You know what’s a fantastic flavor booster? Onion! Whether grilled or caramelized, onions pack a potent yet pleasing punch to your palate. Up until a few months ago, however, I never really knew the difference between grilled and caramelized onions. Aren’t they the same? No. They are not.

I’ve always enjoyed the taste of onion, but, these days, I almost exclusively stick to the cooked variety. In fact, after encountering raw onions one-too-many times on a Chicago hot dog as a kid, I had to swear off them entirely (for the most part!). Why? I have a hard time digesting them. Without getting into too much detail, raw onions seem to always spark a battle against good and evil within my stomach.

Luckily, I learned that cooking onions removed some of the more…unpleasant digestive characteristics common to raw onions—at least for me. So, whenever I’d need a boost of flavor in my meal prep, I’d add some cooked onion. It’s great in Tuscan pasta, meatloaf, on brats, on burgers, or by itself as a side. In the past, what I did to cook them was simple: I’d either slice them up and sautee them in a pan with cracked pepper and olive oil, or I’d wrap them in foil and plop them on the grill. Once they turned translucent, I knew they were safe for my consumption.

The thing is, I began to take notice of the cooked onion served at restaurants, and they tasted…different. They were simultaneously sweeter and more savory. They were stronger. They were darker. They were referred to as “caramelized.” At first, I just thought a caramelized onion meant charring the onion. “That’s the darkness and sweetness,” I thought. Wrong! Embarrassingly wrong. Attempt after attempt, I couldn’t get it right. Instead of sweet, they just tasted burnt. Because I burnt them.

Enough! I had to find out what I was doing wrong. I couldn’t continue this trial and error in ignorance. So, I did what any normal person would do and headed to the Google. There, it became obvious that I was cooking too short and too hot. I came up with a meat-based analogy to help me remember what we’re dealing with. Here it is: Barbecued meat is to grilled meat as caramelized onion is to grilled onion. Whereas grilling in each case requires high heat and faster cook times, barbecuing and caramelizing require you to adopt a low-and-slow mantra. In order to move from grilled onion to caramelized onion, I needed to adjust my cooking temperature, and, therefore, cook times.

Grilled onions are cooked at high heat. Depending on how hot and how direct you get that heat, you may not need more than 5-15 minutes. If you like your onions to come out a bit crispier (or burnt) you just turn up the heat and/or leave them on for a few extra minutes. Each piece of onion will keep its integrity, but the color will be more translucent in nature (maybe with some browned edges), and the consistency will move from crisp (raw) to soft (the longer it’s grilled, the softer it’ll be). You’ll still get an onion flavor, but it will be a lot more mellow.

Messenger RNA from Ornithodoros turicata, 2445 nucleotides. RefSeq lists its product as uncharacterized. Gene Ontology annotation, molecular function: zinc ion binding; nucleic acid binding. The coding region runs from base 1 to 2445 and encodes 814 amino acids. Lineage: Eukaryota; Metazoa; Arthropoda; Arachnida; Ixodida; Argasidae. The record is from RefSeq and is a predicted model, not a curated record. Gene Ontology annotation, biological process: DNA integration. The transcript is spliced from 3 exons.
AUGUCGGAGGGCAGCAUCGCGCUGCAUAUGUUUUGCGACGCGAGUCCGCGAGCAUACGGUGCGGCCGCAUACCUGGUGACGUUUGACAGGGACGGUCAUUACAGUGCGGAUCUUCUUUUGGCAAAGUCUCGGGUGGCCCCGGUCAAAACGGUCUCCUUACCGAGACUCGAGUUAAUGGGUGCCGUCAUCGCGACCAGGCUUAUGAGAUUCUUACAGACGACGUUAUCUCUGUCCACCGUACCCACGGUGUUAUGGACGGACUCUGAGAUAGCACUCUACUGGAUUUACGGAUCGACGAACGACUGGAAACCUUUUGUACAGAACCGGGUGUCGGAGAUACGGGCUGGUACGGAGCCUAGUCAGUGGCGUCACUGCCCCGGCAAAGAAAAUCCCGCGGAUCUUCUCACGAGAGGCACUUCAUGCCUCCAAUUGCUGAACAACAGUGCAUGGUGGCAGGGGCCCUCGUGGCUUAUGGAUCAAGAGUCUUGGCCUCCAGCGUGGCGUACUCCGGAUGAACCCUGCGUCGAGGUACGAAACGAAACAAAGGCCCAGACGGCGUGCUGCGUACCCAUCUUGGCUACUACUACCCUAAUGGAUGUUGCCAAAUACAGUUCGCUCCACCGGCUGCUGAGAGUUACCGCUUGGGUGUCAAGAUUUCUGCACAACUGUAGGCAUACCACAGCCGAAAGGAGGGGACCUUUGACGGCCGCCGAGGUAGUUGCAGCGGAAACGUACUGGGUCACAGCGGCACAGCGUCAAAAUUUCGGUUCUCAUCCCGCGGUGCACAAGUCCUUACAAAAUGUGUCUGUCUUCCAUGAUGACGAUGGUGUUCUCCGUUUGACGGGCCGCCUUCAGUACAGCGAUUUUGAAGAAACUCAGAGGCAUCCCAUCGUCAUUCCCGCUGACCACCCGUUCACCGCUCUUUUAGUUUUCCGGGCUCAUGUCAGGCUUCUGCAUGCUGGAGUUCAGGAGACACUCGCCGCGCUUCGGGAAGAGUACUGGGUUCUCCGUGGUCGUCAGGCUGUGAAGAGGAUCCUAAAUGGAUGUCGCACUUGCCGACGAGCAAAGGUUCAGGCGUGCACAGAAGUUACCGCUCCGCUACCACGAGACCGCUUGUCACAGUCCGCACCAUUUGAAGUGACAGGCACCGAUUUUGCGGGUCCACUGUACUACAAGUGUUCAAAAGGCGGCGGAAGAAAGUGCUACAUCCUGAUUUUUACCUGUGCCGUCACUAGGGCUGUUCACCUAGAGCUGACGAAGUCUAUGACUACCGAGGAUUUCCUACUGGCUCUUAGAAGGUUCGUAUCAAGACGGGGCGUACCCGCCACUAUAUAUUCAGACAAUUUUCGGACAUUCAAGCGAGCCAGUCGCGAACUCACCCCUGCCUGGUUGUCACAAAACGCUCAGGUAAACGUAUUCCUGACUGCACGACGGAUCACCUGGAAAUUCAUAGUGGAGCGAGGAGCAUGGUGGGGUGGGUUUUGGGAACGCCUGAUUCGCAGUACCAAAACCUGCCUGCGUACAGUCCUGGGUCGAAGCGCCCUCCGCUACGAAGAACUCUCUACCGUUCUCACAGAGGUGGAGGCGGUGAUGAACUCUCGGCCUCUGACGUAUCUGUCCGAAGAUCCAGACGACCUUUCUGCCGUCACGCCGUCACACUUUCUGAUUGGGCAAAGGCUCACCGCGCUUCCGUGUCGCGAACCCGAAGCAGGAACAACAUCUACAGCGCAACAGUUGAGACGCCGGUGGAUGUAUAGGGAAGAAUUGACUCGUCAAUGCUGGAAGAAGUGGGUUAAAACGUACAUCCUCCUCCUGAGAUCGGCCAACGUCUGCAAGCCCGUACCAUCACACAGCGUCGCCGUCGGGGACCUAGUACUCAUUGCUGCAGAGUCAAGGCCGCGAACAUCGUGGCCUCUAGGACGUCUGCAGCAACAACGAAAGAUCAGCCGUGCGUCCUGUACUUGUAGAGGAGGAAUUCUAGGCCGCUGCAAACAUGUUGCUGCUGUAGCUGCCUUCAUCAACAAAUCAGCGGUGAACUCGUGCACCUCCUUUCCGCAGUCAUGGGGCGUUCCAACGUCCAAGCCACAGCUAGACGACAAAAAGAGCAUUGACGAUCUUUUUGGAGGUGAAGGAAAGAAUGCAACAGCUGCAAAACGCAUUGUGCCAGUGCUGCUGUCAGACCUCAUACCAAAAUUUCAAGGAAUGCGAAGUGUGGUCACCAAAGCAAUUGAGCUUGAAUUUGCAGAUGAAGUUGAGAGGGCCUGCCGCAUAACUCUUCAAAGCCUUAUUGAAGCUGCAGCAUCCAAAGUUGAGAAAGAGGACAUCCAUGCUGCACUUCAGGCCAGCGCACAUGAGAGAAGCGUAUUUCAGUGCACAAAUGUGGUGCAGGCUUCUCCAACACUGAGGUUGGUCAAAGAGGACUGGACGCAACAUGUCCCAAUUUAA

Caramelized onions are generally cooked at medium-to-low heat. Depending on how low and how indirect you get your heat, you might need to leave yourself about 45-75 minutes to properly caramelize an onion. Instead of charring or burning the sugar, you’re browning it. Actually, you’re oxidizing the sugar. This produces a sweeter flavor than either grilled or raw onions. It also turns the onions a brown color, throughout, and yields a jam-like consistency. The flavor will be richer and deeper than a grilled onion. Because of the immense water loss (via steam), one onion will not yield much once caramelized. A good rule is to assume every two-and-a-half raw onions will produce about one cup of caramelized onions.

In my experience, I’ve found caramelized onions to be fancy and flavorful. If you’re looking to kick a meal up a notch, I’d go with caramelizing onions over grilling them. Still, grilled onions have their place—like atop a brat! Curious about how you can take onions from grilled to caramelized? Check out these recipes:

Perhaps the easiest way to to caramelize an onion is on the stovetop in a skillet or pan. It also gives you an up-close look at the many transformations the onions go through on the way to caramelization—in case you want to keep tabs on everything. Try this recipe.

If you want to ensure that your onions get cooked low and slow, and you just want to throw in the ingredients and forget about them until done, slow cooker cooking is for you. Check out this recipe.

If you don’t have a slow cooker, or you like to make everything on the grill, go right ahead! Set your heat to medium. Then, slice up your onion as you like. Next, place up to two onions in aluminum foil. If cooking more than two onions, use another sheet of aluminum foil. Cooking smaller batches will ensure more even cooking. Then, fold the foil upwards, into a bowl. Don’t close/seal it—you want steam to get out. Finally, put some olive oil or butter atop the onion, and place it on the top rack, or on medium-to-low indirect heat. Give it about 45 minutes, then check to see the coloring. Cook for additional time, per your preference. The lower, and slower you go, the sweeter they’ll be.

When I’m in a pinch and need to get food on the table in a hurry (almost always), grilling an onion is just fine by me. But when I want to impress folks and have a little bit more time to prepare, caramelizing never lets me down. As with most things food, it’s all about personal preference. But next time you decide to cook an onion, remember: You have a choice. Now that you’re fully informed, it’s up to you to choose wisely.